- Home owners are stuck in place, millions of them owing more on mortgages than homes are worth, says a new Harvard study. With existing home sales depressed, new home sales are at record lows.

While these findings may seem unsurprising, Housing mired in upside-down loans: Harvardthe new study -  "The State of the Nation’s Housing" released today by the Joint Center for Housing Studies of Harvard University - describes how the residual effects of the downturn, including unemployment and poor access to credit, are keeping buyers from returning downward financial pressures from elevated vacancies and foreclosures, lowering housing prices in the market, especially in the 10 percent of neighborhoods that account for half of all foreclosures.

"Where foreclosures are concentrated, property markets are in turmoil," say the researchers.

While lower-priced housing might be expected to spark an influx of home buyers, say Harvard researchers, the lingering impact of the recession and financial crisis are thwarting a broader recovery in new home building, which has suffered three consecutive years of record-low construction levels. In fact, consumers seem to be moving to renting rather than buying, and sellers are holding homes off the market, with more than 1.1 million in an inventory (see chart) that will need to be disposed of, say researchers, before new supplies of home building are demanded of construction companies.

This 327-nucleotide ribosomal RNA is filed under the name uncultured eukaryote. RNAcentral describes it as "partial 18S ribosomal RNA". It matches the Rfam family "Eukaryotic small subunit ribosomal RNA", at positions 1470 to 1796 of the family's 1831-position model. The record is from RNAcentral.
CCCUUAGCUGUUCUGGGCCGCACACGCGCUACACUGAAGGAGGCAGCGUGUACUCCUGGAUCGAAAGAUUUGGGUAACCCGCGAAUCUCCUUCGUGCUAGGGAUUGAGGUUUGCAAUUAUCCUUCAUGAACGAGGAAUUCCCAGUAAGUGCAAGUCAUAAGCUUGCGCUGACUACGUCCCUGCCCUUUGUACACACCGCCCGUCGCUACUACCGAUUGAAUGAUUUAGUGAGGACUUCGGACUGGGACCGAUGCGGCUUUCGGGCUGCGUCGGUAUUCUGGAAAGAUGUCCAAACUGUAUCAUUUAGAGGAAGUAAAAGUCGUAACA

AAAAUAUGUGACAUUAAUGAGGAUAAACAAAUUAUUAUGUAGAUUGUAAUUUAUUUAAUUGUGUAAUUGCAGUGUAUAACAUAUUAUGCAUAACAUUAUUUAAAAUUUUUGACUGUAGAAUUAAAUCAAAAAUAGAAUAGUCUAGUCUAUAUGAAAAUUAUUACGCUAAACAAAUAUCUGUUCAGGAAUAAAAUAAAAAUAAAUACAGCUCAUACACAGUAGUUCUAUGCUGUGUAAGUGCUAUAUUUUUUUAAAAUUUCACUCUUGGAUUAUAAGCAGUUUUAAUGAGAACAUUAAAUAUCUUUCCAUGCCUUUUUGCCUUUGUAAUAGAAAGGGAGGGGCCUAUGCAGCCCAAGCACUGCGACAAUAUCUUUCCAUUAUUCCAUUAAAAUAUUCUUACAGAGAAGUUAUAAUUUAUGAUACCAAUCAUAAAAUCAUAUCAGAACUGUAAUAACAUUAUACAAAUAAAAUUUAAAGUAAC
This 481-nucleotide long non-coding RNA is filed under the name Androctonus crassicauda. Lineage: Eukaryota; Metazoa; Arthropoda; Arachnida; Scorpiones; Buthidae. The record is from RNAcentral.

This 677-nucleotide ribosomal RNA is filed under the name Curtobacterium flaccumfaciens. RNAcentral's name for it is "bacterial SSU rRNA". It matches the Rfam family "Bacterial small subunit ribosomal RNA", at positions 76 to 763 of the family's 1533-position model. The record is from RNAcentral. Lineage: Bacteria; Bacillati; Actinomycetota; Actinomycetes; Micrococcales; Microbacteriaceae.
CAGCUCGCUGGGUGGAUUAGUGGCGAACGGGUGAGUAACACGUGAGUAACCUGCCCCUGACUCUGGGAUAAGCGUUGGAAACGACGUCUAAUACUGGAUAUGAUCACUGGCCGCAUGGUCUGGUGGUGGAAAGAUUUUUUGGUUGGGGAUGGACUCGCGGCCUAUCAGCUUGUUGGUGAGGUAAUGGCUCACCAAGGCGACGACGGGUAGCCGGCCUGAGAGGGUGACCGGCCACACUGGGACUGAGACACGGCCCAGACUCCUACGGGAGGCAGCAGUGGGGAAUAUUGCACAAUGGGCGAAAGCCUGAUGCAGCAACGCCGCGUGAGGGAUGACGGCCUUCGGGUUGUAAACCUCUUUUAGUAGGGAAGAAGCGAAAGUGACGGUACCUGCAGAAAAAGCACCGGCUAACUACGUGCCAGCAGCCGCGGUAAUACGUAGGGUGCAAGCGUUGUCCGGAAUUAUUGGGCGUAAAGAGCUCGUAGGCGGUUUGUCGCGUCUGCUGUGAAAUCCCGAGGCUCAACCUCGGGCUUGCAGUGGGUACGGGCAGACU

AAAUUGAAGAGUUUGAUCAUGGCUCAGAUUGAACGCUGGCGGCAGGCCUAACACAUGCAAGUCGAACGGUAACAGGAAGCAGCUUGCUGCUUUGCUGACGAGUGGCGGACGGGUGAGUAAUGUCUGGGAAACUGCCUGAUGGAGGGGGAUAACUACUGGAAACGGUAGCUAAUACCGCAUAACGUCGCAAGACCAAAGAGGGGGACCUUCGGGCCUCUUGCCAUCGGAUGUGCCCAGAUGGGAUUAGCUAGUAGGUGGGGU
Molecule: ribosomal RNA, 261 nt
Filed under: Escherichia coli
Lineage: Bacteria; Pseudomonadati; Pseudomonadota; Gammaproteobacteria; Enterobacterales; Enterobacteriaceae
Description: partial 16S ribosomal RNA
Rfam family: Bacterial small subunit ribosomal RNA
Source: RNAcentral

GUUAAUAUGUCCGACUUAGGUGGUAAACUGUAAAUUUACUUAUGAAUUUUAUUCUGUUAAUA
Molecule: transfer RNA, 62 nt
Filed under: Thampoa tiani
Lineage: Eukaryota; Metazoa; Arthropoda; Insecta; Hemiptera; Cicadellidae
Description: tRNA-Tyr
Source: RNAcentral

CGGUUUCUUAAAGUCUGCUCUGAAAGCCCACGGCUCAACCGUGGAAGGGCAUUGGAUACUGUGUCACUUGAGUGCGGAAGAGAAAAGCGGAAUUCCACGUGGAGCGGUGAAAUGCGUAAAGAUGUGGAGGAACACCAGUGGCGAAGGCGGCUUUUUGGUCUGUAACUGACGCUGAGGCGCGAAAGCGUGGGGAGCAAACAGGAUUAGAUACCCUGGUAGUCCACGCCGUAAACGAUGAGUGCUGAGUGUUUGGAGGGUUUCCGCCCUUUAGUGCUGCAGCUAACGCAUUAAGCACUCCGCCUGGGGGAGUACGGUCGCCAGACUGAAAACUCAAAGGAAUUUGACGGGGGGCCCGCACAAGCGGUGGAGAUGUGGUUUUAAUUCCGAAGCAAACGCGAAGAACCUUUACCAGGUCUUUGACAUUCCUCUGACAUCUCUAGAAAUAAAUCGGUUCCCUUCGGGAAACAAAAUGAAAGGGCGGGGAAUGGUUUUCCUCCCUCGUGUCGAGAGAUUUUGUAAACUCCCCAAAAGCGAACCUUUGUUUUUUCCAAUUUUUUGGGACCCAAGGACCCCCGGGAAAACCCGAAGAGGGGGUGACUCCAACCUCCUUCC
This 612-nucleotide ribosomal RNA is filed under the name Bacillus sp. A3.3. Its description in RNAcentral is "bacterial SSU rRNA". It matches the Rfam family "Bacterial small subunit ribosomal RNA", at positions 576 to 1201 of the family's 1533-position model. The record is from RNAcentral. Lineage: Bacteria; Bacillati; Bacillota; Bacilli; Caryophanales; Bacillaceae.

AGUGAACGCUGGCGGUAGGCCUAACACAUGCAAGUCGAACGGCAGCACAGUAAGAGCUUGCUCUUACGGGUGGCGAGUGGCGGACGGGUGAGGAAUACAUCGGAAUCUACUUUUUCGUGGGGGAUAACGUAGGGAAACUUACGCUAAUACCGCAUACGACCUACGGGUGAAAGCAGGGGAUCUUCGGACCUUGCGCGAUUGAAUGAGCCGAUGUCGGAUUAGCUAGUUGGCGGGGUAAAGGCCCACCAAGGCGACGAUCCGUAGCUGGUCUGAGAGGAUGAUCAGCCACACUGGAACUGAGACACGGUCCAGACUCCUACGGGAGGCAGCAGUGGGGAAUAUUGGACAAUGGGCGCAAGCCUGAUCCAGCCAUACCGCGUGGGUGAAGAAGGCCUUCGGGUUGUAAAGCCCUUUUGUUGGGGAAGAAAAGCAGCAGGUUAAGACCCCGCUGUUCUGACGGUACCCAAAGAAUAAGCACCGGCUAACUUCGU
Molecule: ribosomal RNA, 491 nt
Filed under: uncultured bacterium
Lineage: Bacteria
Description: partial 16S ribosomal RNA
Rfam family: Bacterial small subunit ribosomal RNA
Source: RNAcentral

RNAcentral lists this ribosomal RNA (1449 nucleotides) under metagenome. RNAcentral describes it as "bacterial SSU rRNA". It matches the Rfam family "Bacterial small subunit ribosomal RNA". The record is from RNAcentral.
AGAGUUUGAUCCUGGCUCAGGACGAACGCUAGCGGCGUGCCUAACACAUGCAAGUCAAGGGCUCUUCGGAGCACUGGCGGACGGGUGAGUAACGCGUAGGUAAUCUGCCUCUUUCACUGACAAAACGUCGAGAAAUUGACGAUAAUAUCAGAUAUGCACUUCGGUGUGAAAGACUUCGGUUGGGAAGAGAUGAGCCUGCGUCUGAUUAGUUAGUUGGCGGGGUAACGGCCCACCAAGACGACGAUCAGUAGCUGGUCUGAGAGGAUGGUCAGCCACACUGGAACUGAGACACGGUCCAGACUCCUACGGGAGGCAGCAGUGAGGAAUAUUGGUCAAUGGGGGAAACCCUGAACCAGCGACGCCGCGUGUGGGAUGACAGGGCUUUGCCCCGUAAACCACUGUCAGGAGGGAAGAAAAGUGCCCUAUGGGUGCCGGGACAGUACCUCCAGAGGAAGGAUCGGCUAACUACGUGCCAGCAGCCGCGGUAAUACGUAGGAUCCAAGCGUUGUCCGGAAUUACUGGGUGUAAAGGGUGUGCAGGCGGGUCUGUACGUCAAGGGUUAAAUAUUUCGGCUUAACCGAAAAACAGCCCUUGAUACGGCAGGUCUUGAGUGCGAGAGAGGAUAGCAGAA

Banks are widely reported to be the largest holders of homes, with more than 1 million reclaimed through foreclosures, and another 1 million expected to be take over by banks in the coming year. This inventory of repossessed homes is also impacting the demand for new construction.

“The sharp declines in both home prices and interest rates have left homes in many places more affordable than they have been in decades,” says Eric Belsky, managing director of the Joint Center for Housing Studies, but “stubbornly high unemployment and tightened lending standards have limited the ability of many first-time buyers to capitalize on the situation.”

The report says the market could turn quickly, as it did with the 2010 homebuyer tax credit.

Working in the favor of housing recovery for single family homes and for rental construction, which has seen growth recently,  are demographics: younger and older households over the coming decade should continue to lift the demand for rental housing as well as for smaller homes. The baby boom generation will push up the number of households over age 65 by some 8.7 million over 2010-2020.

 â€œWhile most of these households will age in place," says Chris Herbert, research director of the Joint Center for Housing Studies, "current mobility rates suggest 3.8 million could downsize over the coming decade, adding further to demand for smaller homes.”

The Harvard Joint Center for Housing Studies report (an executive summary is attached) is among the most watched analyses of the housing market, along with the Case-Schiller Index. In July 2011, Wood & Wood Products magazine will  study done jointly with Virginia Tech on the impact of the housing market on the secondary wood products manufacturing industries, an update of a 2010 housing study done by WWP and Virginia Tech last year.

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